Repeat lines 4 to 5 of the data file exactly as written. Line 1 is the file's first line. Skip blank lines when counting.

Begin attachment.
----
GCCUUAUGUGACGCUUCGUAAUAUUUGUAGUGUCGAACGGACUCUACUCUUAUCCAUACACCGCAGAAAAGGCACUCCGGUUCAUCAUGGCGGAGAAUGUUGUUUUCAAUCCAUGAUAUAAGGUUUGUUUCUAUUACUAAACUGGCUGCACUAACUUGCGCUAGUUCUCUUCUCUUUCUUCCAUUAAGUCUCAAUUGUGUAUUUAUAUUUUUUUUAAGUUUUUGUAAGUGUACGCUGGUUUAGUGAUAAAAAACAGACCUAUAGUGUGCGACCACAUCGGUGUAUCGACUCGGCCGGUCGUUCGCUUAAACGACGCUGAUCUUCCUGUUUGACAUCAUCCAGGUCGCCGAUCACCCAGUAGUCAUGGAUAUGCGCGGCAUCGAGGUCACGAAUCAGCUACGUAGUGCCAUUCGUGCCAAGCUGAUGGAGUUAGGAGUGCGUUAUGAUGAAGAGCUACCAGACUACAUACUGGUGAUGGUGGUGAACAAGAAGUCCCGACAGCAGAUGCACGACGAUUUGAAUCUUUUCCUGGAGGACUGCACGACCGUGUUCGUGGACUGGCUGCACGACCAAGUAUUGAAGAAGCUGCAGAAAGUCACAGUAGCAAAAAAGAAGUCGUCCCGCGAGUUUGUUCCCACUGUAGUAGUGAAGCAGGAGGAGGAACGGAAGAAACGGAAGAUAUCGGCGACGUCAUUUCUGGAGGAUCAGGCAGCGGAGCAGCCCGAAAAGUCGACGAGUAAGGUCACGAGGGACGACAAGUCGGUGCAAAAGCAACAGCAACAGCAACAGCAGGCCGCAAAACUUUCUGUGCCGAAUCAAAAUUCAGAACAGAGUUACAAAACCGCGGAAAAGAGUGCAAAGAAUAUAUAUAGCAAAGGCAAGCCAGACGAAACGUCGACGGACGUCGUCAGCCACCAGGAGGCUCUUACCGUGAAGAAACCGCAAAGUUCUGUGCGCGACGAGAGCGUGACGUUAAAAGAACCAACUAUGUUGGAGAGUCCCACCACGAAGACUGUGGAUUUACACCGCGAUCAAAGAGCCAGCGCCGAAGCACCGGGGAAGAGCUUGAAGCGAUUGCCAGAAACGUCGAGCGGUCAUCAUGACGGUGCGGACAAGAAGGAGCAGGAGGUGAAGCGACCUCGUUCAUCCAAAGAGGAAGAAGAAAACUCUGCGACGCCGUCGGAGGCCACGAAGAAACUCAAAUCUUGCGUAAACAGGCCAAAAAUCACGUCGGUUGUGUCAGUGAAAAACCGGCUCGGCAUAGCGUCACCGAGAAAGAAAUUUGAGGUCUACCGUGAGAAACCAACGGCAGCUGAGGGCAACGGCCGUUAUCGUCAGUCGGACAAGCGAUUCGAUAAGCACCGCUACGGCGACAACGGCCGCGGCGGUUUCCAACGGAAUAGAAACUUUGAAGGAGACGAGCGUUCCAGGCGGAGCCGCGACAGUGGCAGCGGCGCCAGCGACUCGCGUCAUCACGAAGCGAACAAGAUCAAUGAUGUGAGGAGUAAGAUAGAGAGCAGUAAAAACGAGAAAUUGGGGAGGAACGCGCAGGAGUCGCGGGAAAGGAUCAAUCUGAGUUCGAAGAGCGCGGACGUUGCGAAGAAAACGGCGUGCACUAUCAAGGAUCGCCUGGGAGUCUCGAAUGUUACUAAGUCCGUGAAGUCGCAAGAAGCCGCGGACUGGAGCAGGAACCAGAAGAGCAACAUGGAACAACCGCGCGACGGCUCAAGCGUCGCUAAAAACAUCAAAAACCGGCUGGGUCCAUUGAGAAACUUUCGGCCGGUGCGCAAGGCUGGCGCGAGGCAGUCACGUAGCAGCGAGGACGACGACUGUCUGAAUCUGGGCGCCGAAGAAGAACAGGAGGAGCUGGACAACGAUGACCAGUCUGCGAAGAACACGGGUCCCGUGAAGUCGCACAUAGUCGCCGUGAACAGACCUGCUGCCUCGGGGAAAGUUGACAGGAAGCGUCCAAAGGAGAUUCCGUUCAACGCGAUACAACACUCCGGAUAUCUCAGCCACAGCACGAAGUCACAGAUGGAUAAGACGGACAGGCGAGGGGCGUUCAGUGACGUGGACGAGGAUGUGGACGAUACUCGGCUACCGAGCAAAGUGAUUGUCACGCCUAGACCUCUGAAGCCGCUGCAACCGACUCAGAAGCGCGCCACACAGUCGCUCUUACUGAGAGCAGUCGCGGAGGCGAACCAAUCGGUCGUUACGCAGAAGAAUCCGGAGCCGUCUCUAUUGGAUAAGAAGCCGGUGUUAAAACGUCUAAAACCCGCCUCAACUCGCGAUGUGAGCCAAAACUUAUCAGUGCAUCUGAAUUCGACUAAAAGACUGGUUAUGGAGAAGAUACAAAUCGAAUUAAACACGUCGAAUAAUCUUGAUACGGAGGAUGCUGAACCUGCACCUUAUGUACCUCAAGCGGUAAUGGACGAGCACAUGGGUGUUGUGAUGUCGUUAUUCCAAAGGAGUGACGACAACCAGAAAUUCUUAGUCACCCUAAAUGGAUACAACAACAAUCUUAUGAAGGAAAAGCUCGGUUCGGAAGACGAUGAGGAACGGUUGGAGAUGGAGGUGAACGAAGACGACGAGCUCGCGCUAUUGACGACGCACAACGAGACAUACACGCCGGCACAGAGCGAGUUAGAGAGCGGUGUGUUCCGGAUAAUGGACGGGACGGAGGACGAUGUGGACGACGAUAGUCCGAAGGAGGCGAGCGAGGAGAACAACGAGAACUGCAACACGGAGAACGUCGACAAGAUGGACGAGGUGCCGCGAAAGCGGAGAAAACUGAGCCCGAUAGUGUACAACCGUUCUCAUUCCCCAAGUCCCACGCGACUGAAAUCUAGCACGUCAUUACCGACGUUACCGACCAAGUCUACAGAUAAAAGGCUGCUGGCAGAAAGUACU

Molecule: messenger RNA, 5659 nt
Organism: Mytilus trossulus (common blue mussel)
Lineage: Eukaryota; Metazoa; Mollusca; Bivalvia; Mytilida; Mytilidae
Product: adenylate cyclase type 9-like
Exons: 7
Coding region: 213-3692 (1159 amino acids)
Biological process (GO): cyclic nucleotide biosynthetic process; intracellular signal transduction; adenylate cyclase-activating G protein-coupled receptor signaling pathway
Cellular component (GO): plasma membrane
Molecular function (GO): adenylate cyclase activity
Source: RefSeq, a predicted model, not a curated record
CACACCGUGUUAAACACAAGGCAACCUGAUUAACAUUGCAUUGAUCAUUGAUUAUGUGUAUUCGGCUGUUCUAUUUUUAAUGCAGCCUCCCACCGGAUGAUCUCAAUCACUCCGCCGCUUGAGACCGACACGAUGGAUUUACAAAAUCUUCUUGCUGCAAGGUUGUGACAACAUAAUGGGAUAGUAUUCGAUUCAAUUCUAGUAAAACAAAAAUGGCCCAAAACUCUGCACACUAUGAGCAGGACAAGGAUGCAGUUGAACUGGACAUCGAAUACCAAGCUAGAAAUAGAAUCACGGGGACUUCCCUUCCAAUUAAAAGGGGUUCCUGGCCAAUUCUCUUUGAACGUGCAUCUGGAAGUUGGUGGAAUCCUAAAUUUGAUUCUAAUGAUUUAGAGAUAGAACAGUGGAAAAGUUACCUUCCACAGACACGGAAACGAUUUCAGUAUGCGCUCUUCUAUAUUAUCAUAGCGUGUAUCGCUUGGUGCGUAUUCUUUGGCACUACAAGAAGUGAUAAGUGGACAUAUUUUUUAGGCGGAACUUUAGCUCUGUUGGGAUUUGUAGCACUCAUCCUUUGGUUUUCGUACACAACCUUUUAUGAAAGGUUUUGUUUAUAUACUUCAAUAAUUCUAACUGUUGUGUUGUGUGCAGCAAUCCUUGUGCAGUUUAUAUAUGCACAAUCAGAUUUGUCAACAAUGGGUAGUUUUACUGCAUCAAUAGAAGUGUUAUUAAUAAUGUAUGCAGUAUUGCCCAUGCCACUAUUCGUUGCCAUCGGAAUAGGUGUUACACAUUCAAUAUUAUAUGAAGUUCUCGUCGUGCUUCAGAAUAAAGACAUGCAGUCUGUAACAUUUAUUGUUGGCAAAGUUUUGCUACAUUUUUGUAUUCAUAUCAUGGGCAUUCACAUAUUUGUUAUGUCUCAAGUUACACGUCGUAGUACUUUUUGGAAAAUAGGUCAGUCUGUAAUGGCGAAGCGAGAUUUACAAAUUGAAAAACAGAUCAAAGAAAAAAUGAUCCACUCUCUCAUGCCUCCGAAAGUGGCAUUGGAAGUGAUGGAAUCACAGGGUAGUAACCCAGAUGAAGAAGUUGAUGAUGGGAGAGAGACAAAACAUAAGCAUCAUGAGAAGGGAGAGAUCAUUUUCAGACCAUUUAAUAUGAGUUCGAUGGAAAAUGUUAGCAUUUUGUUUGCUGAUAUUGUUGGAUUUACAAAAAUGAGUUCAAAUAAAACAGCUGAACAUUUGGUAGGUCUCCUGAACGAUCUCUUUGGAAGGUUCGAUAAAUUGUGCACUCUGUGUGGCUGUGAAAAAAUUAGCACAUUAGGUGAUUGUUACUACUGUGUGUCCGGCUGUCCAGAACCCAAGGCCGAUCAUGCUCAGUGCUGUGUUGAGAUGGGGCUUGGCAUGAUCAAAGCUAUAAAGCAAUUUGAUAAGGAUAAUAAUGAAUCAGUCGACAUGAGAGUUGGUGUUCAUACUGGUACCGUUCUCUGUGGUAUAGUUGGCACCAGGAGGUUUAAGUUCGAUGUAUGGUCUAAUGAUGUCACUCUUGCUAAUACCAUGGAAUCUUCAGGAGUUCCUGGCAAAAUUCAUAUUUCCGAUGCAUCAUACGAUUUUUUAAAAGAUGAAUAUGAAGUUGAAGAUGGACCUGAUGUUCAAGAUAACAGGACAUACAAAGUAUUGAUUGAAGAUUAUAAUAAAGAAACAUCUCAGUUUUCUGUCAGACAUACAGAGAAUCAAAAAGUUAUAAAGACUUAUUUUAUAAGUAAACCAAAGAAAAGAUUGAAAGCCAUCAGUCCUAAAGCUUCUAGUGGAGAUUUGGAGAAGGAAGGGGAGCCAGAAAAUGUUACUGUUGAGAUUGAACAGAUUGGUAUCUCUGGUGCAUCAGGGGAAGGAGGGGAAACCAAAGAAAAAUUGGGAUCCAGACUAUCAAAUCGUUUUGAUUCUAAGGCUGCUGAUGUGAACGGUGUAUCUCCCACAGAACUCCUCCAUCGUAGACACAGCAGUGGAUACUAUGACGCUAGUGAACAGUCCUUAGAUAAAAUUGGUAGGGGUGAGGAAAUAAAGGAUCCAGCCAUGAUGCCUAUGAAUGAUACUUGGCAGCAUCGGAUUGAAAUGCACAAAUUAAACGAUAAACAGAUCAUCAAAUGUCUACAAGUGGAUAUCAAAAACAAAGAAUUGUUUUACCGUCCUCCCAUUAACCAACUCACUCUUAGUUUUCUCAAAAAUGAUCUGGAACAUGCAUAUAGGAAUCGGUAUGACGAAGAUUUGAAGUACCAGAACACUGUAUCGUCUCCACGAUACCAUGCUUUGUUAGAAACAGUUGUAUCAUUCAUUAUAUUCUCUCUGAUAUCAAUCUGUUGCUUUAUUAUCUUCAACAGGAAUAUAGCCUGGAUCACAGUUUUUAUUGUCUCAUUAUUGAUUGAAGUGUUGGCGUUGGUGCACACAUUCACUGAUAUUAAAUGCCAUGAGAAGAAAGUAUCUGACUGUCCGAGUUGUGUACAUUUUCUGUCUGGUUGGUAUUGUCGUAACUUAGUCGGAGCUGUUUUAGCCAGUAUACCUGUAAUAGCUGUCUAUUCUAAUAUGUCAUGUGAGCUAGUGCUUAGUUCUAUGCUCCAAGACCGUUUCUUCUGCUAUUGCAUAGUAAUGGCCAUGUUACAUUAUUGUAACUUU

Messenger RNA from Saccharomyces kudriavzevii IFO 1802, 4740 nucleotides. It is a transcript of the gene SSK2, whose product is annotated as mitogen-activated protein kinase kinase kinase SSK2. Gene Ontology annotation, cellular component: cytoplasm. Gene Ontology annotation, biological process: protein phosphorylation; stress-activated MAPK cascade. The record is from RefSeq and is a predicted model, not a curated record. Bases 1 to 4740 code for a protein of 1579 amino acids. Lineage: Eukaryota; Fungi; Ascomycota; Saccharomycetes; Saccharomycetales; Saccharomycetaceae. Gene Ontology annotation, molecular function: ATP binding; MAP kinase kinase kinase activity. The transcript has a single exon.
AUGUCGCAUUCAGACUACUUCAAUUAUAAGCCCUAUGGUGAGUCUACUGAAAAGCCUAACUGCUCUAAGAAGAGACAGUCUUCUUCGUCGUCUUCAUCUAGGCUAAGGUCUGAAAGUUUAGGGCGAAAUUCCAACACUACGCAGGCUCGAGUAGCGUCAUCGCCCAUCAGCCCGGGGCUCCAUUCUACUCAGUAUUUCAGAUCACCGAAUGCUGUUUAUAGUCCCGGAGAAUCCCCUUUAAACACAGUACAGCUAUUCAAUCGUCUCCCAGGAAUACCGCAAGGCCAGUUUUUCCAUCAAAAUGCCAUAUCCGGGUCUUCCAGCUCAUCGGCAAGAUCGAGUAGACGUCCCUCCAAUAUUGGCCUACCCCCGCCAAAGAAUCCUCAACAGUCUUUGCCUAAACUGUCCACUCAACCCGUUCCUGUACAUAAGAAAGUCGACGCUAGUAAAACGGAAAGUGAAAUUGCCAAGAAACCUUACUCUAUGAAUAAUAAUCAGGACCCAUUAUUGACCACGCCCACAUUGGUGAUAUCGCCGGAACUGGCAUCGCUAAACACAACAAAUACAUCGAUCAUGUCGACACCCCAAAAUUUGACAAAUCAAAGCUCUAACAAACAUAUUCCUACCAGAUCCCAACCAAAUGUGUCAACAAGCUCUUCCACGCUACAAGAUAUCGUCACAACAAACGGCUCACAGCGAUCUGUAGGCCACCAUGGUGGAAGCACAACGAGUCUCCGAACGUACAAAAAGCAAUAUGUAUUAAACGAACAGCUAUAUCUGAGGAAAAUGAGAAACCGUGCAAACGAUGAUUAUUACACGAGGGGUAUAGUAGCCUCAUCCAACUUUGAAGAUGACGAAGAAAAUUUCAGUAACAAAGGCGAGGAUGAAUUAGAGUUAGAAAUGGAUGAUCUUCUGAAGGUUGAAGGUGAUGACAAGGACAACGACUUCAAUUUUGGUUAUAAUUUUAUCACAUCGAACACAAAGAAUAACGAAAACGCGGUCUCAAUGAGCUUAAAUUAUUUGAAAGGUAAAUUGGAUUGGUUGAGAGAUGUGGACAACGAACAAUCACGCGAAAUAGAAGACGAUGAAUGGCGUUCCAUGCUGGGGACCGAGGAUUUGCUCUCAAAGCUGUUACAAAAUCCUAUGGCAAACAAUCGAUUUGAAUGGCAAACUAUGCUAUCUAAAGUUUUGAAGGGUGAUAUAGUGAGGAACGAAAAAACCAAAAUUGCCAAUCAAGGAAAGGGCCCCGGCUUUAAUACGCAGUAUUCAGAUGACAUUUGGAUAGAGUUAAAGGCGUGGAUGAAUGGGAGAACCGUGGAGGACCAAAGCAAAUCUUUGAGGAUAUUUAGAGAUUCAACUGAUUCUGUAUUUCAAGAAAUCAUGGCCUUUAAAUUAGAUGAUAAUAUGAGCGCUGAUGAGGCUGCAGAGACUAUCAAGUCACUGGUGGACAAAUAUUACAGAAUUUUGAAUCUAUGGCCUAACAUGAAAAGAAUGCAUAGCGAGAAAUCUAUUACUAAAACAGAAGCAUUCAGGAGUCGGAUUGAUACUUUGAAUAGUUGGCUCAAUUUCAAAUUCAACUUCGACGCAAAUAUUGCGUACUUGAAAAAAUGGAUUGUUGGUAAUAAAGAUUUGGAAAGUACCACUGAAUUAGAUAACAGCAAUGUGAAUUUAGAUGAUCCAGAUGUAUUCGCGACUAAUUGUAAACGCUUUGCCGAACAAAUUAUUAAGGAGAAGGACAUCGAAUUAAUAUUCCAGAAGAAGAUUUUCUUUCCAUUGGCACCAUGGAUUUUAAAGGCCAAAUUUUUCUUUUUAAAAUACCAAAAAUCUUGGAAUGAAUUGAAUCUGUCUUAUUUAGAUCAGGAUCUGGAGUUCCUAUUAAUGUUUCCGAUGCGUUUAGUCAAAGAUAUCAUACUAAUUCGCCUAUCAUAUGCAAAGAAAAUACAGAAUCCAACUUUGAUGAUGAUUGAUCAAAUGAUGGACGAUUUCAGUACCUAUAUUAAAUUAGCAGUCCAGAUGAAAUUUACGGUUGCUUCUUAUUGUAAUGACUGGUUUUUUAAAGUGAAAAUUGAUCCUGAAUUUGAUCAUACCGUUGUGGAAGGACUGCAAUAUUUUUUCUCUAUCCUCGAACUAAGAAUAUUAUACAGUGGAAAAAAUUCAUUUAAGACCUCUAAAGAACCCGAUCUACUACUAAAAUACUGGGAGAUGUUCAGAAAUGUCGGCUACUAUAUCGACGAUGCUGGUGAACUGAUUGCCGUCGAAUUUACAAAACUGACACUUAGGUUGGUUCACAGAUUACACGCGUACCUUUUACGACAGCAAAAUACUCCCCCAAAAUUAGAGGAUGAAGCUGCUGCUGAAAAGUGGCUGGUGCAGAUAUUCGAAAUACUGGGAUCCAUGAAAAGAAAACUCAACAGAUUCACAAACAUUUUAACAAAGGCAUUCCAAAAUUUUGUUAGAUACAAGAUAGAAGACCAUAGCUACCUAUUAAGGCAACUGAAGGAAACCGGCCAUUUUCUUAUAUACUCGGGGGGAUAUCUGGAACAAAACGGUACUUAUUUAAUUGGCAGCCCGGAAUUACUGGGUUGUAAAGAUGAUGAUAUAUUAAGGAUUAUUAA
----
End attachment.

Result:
Lineage: Eukaryota; Metazoa; Mollusca; Bivalvia; Mytilida; Mytilidae
Product: adenylate cyclase type 9-like